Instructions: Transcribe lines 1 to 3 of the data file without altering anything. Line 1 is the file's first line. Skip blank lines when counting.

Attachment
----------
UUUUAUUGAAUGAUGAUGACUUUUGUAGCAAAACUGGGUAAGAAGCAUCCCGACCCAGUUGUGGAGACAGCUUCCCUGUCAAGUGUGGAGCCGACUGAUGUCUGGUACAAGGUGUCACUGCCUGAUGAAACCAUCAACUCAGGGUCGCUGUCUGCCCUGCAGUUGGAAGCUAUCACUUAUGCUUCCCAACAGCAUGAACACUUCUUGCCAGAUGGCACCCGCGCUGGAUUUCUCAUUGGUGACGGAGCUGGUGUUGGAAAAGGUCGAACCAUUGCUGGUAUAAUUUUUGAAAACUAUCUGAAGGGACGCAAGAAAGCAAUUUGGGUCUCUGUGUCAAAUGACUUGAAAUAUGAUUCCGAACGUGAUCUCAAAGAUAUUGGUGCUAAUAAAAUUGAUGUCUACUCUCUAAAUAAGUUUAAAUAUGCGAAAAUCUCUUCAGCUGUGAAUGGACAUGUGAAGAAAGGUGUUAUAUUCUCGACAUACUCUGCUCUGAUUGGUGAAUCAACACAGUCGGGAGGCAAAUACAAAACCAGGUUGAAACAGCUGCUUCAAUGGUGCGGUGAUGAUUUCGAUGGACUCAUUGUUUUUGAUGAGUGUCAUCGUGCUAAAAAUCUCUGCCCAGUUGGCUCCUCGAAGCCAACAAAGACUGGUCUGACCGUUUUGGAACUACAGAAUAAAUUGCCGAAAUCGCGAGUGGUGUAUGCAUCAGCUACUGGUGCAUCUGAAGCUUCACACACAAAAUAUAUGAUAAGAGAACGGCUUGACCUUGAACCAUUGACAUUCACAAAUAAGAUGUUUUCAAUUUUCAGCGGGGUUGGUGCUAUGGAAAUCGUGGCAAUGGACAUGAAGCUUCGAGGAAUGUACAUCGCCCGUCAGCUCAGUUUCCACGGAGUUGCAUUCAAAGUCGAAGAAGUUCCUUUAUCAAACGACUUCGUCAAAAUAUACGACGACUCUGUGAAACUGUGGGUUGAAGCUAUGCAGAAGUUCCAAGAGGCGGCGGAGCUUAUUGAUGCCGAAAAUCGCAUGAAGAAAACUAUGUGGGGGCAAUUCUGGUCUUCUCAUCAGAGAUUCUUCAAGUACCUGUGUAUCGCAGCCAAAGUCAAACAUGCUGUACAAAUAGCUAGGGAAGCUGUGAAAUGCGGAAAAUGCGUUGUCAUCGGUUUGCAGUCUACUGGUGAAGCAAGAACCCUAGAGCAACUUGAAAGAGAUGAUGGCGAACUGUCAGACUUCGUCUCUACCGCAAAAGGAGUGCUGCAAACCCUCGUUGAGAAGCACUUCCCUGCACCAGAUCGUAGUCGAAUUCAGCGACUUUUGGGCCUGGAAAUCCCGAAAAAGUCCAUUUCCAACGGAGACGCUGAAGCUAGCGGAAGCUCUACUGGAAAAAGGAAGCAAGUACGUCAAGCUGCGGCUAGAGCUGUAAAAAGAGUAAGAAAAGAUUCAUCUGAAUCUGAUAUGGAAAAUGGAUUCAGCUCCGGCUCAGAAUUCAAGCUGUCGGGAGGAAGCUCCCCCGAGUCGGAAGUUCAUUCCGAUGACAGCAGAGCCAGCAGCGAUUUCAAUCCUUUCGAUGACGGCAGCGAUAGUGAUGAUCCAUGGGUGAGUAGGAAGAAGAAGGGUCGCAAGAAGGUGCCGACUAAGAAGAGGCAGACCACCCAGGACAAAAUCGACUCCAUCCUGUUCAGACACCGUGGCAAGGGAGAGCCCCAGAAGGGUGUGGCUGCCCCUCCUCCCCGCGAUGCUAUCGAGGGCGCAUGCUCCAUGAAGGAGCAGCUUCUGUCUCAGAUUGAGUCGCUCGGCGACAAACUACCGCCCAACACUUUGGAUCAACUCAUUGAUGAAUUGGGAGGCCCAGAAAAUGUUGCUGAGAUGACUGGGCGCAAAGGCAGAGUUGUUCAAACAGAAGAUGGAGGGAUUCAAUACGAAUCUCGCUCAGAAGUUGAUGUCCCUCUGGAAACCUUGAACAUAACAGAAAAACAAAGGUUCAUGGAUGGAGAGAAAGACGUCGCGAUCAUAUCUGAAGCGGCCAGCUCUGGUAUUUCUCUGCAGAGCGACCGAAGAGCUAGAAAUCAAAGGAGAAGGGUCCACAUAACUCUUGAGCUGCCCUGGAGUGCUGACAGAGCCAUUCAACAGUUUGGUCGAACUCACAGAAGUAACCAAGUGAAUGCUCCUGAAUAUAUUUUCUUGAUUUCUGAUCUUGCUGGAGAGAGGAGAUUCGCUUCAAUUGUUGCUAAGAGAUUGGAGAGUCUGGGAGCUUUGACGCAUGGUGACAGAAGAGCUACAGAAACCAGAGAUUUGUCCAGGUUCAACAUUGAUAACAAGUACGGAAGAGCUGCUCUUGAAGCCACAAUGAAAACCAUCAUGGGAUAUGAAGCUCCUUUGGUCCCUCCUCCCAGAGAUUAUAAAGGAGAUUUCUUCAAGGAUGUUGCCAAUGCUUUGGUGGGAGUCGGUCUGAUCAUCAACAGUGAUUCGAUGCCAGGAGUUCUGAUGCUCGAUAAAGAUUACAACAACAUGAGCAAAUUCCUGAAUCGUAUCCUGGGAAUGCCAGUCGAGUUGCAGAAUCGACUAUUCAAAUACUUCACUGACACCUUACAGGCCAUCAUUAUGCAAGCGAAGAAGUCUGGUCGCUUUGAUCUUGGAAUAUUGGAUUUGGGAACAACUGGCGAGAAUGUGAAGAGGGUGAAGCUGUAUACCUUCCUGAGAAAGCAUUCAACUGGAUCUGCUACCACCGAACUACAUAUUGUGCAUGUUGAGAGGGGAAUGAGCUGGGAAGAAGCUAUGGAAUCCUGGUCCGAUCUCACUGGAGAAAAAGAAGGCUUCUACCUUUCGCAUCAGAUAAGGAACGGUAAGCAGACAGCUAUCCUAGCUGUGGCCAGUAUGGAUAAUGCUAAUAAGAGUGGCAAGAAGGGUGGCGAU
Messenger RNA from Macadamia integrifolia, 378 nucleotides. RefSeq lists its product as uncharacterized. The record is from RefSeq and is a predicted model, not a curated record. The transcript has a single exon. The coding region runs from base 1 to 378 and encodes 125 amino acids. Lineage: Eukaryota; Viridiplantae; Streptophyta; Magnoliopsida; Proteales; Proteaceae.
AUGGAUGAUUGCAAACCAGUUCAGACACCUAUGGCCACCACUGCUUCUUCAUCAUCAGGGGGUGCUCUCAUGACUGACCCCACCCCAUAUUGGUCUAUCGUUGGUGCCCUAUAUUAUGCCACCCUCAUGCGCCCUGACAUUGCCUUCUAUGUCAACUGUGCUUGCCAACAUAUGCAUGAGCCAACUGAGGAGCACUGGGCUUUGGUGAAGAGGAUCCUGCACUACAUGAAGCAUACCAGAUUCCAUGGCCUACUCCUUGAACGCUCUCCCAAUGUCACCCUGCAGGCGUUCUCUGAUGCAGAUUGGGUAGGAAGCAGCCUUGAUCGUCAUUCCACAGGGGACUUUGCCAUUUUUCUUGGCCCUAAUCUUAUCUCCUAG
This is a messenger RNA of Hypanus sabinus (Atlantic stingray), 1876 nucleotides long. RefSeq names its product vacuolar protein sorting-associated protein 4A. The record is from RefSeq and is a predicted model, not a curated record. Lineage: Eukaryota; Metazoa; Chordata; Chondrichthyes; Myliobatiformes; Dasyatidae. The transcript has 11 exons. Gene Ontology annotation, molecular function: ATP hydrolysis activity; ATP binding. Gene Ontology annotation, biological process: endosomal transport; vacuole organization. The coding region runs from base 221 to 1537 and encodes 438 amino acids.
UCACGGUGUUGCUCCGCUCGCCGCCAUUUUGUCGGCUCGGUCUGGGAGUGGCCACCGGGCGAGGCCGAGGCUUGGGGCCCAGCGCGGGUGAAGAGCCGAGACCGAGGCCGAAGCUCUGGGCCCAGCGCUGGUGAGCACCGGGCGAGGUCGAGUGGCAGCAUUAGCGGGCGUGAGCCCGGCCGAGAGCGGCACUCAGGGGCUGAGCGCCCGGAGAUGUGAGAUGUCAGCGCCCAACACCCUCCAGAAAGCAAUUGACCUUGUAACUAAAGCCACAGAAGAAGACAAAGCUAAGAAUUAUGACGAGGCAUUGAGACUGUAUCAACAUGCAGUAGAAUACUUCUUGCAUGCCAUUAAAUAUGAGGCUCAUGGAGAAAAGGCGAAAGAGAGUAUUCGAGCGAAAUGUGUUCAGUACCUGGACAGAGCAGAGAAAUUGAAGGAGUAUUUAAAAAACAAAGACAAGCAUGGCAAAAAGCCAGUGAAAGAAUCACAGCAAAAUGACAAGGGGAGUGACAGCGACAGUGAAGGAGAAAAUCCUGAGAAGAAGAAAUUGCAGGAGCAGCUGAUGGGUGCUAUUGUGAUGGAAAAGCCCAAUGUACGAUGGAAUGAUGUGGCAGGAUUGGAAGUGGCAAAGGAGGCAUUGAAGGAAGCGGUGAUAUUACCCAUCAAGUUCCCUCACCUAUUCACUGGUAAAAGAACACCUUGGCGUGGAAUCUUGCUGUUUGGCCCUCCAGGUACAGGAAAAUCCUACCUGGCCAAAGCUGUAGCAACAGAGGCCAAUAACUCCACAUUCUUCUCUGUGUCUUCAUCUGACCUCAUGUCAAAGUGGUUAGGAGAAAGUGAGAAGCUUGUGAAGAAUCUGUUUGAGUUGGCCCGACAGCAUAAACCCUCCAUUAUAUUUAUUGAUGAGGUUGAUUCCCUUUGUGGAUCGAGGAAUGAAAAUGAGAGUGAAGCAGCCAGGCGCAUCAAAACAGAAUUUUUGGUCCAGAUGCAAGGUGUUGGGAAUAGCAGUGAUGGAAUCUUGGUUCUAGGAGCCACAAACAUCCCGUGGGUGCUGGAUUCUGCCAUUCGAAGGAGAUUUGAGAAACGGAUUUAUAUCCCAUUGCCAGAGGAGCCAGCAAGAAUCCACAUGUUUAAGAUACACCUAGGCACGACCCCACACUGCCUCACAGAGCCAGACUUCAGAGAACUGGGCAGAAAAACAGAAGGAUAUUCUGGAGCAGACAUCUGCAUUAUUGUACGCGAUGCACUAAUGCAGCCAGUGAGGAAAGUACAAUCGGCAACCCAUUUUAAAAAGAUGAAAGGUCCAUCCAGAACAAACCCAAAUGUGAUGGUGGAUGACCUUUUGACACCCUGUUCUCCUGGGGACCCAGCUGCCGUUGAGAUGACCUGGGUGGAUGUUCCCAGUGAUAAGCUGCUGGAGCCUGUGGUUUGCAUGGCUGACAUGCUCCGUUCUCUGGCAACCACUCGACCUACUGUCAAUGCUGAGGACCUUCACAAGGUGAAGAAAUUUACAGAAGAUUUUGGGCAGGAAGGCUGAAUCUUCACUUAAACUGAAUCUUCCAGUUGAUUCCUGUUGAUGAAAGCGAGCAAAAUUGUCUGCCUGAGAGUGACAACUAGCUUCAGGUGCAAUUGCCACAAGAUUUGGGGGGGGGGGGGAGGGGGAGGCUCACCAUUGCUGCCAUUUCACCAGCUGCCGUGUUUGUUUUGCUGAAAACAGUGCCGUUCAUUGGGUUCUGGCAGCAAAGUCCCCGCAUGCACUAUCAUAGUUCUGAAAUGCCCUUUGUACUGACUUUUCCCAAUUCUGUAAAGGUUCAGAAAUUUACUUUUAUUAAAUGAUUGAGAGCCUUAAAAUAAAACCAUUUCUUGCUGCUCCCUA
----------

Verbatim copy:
UUUUAUUGAAUGAUGAUGACUUUUGUAGCAAAACUGGGUAAGAAGCAUCCCGACCCAGUUGUGGAGACAGCUUCCCUGUCAAGUGUGGAGCCGACUGAUGUCUGGUACAAGGUGUCACUGCCUGAUGAAACCAUCAACUCAGGGUCGCUGUCUGCCCUGCAGUUGGAAGCUAUCACUUAUGCUUCCCAACAGCAUGAACACUUCUUGCCAGAUGGCACCCGCGCUGGAUUUCUCAUUGGUGACGGAGCUGGUGUUGGAAAAGGUCGAACCAUUGCUGGUAUAAUUUUUGAAAACUAUCUGAAGGGACGCAAGAAAGCAAUUUGGGUCUCUGUGUCAAAUGACUUGAAAUAUGAUUCCGAACGUGAUCUCAAAGAUAUUGGUGCUAAUAAAAUUGAUGUCUACUCUCUAAAUAAGUUUAAAUAUGCGAAAAUCUCUUCAGCUGUGAAUGGACAUGUGAAGAAAGGUGUUAUAUUCUCGACAUACUCUGCUCUGAUUGGUGAAUCAACACAGUCGGGAGGCAAAUACAAAACCAGGUUGAAACAGCUGCUUCAAUGGUGCGGUGAUGAUUUCGAUGGACUCAUUGUUUUUGAUGAGUGUCAUCGUGCUAAAAAUCUCUGCCCAGUUGGCUCCUCGAAGCCAACAAAGACUGGUCUGACCGUUUUGGAACUACAGAAUAAAUUGCCGAAAUCGCGAGUGGUGUAUGCAUCAGCUACUGGUGCAUCUGAAGCUUCACACACAAAAUAUAUGAUAAGAGAACGGCUUGACCUUGAACCAUUGACAUUCACAAAUAAGAUGUUUUCAAUUUUCAGCGGGGUUGGUGCUAUGGAAAUCGUGGCAAUGGACAUGAAGCUUCGAGGAAUGUACAUCGCCCGUCAGCUCAGUUUCCACGGAGUUGCAUUCAAAGUCGAAGAAGUUCCUUUAUCAAACGACUUCGUCAAAAUAUACGACGACUCUGUGAAACUGUGGGUUGAAGCUAUGCAGAAGUUCCAAGAGGCGGCGGAGCUUAUUGAUGCCGAAAAUCGCAUGAAGAAAACUAUGUGGGGGCAAUUCUGGUCUUCUCAUCAGAGAUUCUUCAAGUACCUGUGUAUCGCAGCCAAAGUCAAACAUGCUGUACAAAUAGCUAGGGAAGCUGUGAAAUGCGGAAAAUGCGUUGUCAUCGGUUUGCAGUCUACUGGUGAAGCAAGAACCCUAGAGCAACUUGAAAGAGAUGAUGGCGAACUGUCAGACUUCGUCUCUACCGCAAAAGGAGUGCUGCAAACCCUCGUUGAGAAGCACUUCCCUGCACCAGAUCGUAGUCGAAUUCAGCGACUUUUGGGCCUGGAAAUCCCGAAAAAGUCCAUUUCCAACGGAGACGCUGAAGCUAGCGGAAGCUCUACUGGAAAAAGGAAGCAAGUACGUCAAGCUGCGGCUAGAGCUGUAAAAAGAGUAAGAAAAGAUUCAUCUGAAUCUGAUAUGGAAAAUGGAUUCAGCUCCGGCUCAGAAUUCAAGCUGUCGGGAGGAAGCUCCCCCGAGUCGGAAGUUCAUUCCGAUGACAGCAGAGCCAGCAGCGAUUUCAAUCCUUUCGAUGACGGCAGCGAUAGUGAUGAUCCAUGGGUGAGUAGGAAGAAGAAGGGUCGCAAGAAGGUGCCGACUAAGAAGAGGCAGACCACCCAGGACAAAAUCGACUCCAUCCUGUUCAGACACCGUGGCAAGGGAGAGCCCCAGAAGGGUGUGGCUGCCCCUCCUCCCCGCGAUGCUAUCGAGGGCGCAUGCUCCAUGAAGGAGCAGCUUCUGUCUCAGAUUGAGUCGCUCGGCGACAAACUACCGCCCAACACUUUGGAUCAACUCAUUGAUGAAUUGGGAGGCCCAGAAAAUGUUGCUGAGAUGACUGGGCGCAAAGGCAGAGUUGUUCAAACAGAAGAUGGAGGGAUUCAAUACGAAUCUCGCUCAGAAGUUGAUGUCCCUCUGGAAACCUUGAACAUAACAGAAAAACAAAGGUUCAUGGAUGGAGAGAAAGACGUCGCGAUCAUAUCUGAAGCGGCCAGCUCUGGUAUUUCUCUGCAGAGCGACCGAAGAGCUAGAAAUCAAAGGAGAAGGGUCCACAUAACUCUUGAGCUGCCCUGGAGUGCUGACAGAGCCAUUCAACAGUUUGGUCGAACUCACAGAAGUAACCAAGUGAAUGCUCCUGAAUAUAUUUUCUUGAUUUCUGAUCUUGCUGGAGAGAGGAGAUUCGCUUCAAUUGUUGCUAAGAGAUUGGAGAGUCUGGGAGCUUUGACGCAUGGUGACAGAAGAGCUACAGAAACCAGAGAUUUGUCCAGGUUCAACAUUGAUAACAAGUACGGAAGAGCUGCUCUUGAAGCCACAAUGAAAACCAUCAUGGGAUAUGAAGCUCCUUUGGUCCCUCCUCCCAGAGAUUAUAAAGGAGAUUUCUUCAAGGAUGUUGCCAAUGCUUUGGUGGGAGUCGGUCUGAUCAUCAACAGUGAUUCGAUGCCAGGAGUUCUGAUGCUCGAUAAAGAUUACAACAACAUGAGCAAAUUCCUGAAUCGUAUCCUGGGAAUGCCAGUCGAGUUGCAGAAUCGACUAUUCAAAUACUUCACUGACACCUUACAGGCCAUCAUUAUGCAAGCGAAGAAGUCUGGUCGCUUUGAUCUUGGAAUAUUGGAUUUGGGAACAACUGGCGAGAAUGUGAAGAGGGUGAAGCUGUAUACCUUCCUGAGAAAGCAUUCAACUGGAUCUGCUACCACCGAACUACAUAUUGUGCAUGUUGAGAGGGGAAUGAGCUGGGAAGAAGCUAUGGAAUCCUGGUCCGAUCUCACUGGAGAAAAAGAAGGCUUCUACCUUUCGCAUCAGAUAAGGAACGGUAAGCAGACAGCUAUCCUAGCUGUGGCCAGUAUGGAUAAUGCUAAUAAGAGUGGCAAGAAGGGUGGCGAU
Messenger RNA from Macadamia integrifolia, 378 nucleotides. RefSeq lists its product as uncharacterized. The record is from RefSeq and is a predicted model, not a curated record. The transcript has a single exon. The coding region runs from base 1 to 378 and encodes 125 amino acids. Lineage: Eukaryota; Viridiplantae; Streptophyta; Magnoliopsida; Proteales; Proteaceae.
AUGGAUGAUUGCAAACCAGUUCAGACACCUAUGGCCACCACUGCUUCUUCAUCAUCAGGGGGUGCUCUCAUGACUGACCCCACCCCAUAUUGGUCUAUCGUUGGUGCCCUAUAUUAUGCCACCCUCAUGCGCCCUGACAUUGCCUUCUAUGUCAACUGUGCUUGCCAACAUAUGCAUGAGCCAACUGAGGAGCACUGGGCUUUGGUGAAGAGGAUCCUGCACUACAUGAAGCAUACCAGAUUCCAUGGCCUACUCCUUGAACGCUCUCCCAAUGUCACCCUGCAGGCGUUCUCUGAUGCAGAUUGGGUAGGAAGCAGCCUUGAUCGUCAUUCCACAGGGGACUUUGCCAUUUUUCUUGGCCCUAAUCUUAUCUCCUAG